The $24 trillion Treasury deal has more trouble: This time, it’s central clearing

Efforts to reduce risks within the nearly $24 trillion U.S. Treasury market, the world’s deepest and most liquid securities market, are causing anger among market participants.

The concern is centered on the concept of central clearing, a method used to reduce and manage risks in the financial markets. In September, the Securities and Exchange Commission proposed rules that would mandate central clearing of a large number of Treasury transactions. Only a small percentage of these transactions have been centrally cleared in recent years.

The biggest concern about central clearing is the cost of participating in it, according to a panel discussion at the 2022 US Treasury Market Conference held at the New York Fed on Wednesday. While panelists generally agreed that the efforts would help improve the resilience of the Treasury market, they said some players may not be able to absorb the additional costs and it is unclear how well the central clearing system during turbulent times.

“The cost of transactions in the Treasury market is going to rise and, as dealers, we are concerned about that,” said Kavi Gupta, co-head of global rates trading and counterparty portfolio management for BofA Securities. While larger players may be suited, smaller ones may not be and the topic is “something our clients actively talk about.”

Concerns about liquidity in the Treasury market have been increasing in recent months, especially as the Federal Reserve’s quantitative easing process takes hold. In October, BofA Securities warned that the “fragile” market was at risk of a “large-scale forced sell-off” or a surprise collapse. And earlier this month, the Fed confirmed fears of low liquidity in what has historically been one of the most stable corners of the financial system.

Liquidity refers to the ease with which securities can be bought and sold, and the lack of such securities means that Treasurys cannot be liquidated without significantly affecting the underlying prices of government debt. The liquidity woes have been exacerbated by the departure of regular big buyers and the Fed’s aggressive rate hikes to fight inflation, which has generally encouraged investors to sell bonds this year.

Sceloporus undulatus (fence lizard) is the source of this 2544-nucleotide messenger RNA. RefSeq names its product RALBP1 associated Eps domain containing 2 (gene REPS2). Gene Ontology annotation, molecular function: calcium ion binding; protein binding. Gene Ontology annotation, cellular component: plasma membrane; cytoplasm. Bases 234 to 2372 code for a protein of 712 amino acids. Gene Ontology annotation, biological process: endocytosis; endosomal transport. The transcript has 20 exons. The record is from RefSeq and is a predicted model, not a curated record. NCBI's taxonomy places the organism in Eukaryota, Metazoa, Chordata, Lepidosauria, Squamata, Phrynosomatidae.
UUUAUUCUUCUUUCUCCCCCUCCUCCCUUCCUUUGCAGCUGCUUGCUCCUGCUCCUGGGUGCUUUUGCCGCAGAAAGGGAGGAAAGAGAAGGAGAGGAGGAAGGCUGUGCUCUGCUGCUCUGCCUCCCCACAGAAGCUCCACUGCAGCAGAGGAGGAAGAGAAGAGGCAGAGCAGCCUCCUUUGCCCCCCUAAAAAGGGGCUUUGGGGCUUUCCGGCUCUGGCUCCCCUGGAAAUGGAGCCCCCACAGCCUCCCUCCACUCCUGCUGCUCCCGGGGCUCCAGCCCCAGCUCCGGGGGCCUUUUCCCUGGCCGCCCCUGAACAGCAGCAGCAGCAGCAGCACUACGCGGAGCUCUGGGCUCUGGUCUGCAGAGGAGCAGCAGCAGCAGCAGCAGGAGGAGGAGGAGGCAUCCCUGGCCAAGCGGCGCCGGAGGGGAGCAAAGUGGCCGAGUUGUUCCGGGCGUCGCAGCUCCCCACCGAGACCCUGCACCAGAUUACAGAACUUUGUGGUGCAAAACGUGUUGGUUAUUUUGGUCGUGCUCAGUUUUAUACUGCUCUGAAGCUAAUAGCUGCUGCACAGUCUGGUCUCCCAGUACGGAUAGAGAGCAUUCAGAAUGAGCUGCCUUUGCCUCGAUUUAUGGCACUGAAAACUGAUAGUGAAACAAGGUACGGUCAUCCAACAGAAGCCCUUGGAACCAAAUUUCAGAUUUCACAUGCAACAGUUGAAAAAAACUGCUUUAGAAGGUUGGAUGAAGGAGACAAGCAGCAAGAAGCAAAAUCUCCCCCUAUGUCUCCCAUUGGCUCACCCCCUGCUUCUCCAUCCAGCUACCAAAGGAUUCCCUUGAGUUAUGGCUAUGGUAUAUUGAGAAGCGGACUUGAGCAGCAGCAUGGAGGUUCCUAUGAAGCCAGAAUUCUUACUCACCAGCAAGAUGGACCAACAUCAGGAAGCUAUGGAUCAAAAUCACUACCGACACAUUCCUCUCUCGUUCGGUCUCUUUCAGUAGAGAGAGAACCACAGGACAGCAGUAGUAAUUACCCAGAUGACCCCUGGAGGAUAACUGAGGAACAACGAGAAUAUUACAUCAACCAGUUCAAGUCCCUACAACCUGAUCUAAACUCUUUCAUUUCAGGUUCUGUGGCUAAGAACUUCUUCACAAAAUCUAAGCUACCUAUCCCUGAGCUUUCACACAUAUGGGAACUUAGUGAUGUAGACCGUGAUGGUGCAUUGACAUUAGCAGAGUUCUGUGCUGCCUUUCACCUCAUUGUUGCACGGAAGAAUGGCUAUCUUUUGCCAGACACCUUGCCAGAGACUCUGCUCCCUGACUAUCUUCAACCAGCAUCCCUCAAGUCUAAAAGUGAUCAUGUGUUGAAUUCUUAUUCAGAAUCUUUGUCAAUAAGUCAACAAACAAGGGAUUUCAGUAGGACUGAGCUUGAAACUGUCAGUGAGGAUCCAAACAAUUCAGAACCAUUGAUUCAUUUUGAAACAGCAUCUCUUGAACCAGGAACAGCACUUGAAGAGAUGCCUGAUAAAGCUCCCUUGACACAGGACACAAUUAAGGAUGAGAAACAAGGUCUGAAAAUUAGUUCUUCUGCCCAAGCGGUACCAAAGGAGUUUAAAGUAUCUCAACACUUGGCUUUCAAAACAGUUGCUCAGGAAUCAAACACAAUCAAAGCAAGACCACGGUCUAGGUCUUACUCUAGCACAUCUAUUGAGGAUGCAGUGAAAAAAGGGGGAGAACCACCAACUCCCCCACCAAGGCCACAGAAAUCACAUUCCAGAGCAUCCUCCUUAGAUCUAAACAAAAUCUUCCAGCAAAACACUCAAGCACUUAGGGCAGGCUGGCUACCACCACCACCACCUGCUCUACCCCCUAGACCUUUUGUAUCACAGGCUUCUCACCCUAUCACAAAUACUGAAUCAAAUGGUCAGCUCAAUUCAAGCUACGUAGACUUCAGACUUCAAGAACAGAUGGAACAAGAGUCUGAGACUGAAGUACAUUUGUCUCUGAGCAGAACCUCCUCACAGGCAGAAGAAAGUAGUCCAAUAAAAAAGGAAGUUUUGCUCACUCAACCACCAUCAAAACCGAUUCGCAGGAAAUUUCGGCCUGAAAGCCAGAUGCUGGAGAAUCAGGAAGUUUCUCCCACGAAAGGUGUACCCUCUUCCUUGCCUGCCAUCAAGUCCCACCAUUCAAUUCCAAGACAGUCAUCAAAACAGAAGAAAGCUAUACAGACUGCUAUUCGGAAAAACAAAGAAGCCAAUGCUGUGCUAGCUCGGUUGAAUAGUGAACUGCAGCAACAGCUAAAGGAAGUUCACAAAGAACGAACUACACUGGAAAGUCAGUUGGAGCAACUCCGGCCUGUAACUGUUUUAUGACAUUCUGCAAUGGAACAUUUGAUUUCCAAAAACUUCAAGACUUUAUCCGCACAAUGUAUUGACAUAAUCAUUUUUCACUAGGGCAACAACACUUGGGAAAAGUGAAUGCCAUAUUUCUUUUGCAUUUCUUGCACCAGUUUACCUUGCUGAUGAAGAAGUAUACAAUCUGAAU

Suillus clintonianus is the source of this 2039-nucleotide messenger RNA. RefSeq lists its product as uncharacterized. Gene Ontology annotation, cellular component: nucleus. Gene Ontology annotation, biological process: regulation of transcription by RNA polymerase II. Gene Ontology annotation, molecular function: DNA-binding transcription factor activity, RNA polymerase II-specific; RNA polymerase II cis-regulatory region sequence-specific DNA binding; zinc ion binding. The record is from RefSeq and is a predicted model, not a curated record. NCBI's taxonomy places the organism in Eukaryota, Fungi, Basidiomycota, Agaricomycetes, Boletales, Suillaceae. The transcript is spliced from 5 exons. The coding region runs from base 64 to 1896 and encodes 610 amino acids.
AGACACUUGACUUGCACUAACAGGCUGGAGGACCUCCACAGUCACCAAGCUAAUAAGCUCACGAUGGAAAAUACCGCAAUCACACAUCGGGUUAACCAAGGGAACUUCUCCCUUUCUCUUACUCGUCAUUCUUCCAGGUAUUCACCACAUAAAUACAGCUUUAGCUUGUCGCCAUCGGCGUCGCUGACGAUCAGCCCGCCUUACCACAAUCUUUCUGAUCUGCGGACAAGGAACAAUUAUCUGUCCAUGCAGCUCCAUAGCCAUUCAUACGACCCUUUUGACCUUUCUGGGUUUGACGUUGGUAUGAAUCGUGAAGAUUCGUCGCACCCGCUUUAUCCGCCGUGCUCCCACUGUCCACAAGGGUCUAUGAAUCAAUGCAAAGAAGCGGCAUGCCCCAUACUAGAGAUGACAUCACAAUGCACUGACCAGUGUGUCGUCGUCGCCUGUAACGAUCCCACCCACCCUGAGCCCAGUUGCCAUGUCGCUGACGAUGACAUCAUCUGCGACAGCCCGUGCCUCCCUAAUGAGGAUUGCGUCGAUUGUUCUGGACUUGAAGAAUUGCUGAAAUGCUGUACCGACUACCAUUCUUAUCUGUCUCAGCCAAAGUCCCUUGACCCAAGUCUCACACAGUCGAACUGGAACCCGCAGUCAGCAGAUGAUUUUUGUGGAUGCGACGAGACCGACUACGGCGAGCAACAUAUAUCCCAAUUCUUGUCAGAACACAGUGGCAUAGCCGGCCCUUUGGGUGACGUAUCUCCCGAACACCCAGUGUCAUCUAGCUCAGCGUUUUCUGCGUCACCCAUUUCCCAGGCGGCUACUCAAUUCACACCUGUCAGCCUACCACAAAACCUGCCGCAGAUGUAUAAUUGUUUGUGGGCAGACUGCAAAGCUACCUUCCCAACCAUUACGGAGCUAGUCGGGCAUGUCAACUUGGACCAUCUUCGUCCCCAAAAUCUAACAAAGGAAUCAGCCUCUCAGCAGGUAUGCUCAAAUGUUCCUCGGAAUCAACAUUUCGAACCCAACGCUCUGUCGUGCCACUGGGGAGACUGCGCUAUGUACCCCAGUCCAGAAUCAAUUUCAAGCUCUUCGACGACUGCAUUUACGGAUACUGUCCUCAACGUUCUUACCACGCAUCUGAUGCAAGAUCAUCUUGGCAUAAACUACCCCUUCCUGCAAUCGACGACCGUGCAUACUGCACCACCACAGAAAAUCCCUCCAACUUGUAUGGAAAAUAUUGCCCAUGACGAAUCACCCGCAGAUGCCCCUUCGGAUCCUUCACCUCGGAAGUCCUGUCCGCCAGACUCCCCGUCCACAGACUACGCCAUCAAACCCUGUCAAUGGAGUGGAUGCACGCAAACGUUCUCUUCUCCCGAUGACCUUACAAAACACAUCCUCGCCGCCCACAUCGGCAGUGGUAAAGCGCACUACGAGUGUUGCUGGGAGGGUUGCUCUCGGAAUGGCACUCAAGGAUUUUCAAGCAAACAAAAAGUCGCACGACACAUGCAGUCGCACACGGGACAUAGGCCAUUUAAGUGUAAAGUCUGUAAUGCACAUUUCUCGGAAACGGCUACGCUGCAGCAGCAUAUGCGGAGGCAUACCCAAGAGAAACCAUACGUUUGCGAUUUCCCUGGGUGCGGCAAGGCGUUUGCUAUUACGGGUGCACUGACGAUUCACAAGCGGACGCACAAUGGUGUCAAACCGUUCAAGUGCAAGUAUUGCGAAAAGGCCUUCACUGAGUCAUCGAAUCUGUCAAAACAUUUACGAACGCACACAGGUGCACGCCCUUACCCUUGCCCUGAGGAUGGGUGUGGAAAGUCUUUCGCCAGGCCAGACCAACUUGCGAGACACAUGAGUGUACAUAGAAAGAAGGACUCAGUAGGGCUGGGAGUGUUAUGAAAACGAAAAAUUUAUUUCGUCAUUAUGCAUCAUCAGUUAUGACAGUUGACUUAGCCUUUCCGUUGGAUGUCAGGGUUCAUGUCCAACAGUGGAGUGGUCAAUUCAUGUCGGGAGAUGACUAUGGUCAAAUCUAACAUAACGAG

If the cost of trading Treasurys becomes prohibitive for smaller dealers, then the question becomes “are you indirectly reducing liquidity” for the market, said panelist Lynn Paschen, senior portfolio manager at Schwab Asset Management. “That is my main concern.” In addition, some funds are required to invest in Treasurys and additional costs may need to be passed on to shareholders, she said.

Gerald Pucci, Jr., managing director and global head of repo at BlackRock BLK,
-1.79%,
said he is concerned about rising costs for the firm’s pension fund clients. “I think any central clearance, on the periphery, is a positive thing,” but if it was done too quickly “there could be problems.”

Most Treasury yields slipped on Wednesday, despite strong October retail data. The 10-year rate TMUBMUSD10Y,
3.724%
fell below 3.7%, sending a popular bond market gauge of impending recessions to its most negative level in more than 40 years.

Earlier on Wednesday, New York Fed President John Williams told conference participants that Treasury market liquidity problems could affect the central bank’s ability to transmit monetary policy to the economy. Meanwhile, Nellie Liang, Undersecretary for domestic finance at the Department of the Treasury, said there is a need to monitor the UST market for vulnerabilities, given the risks of a possible shock.

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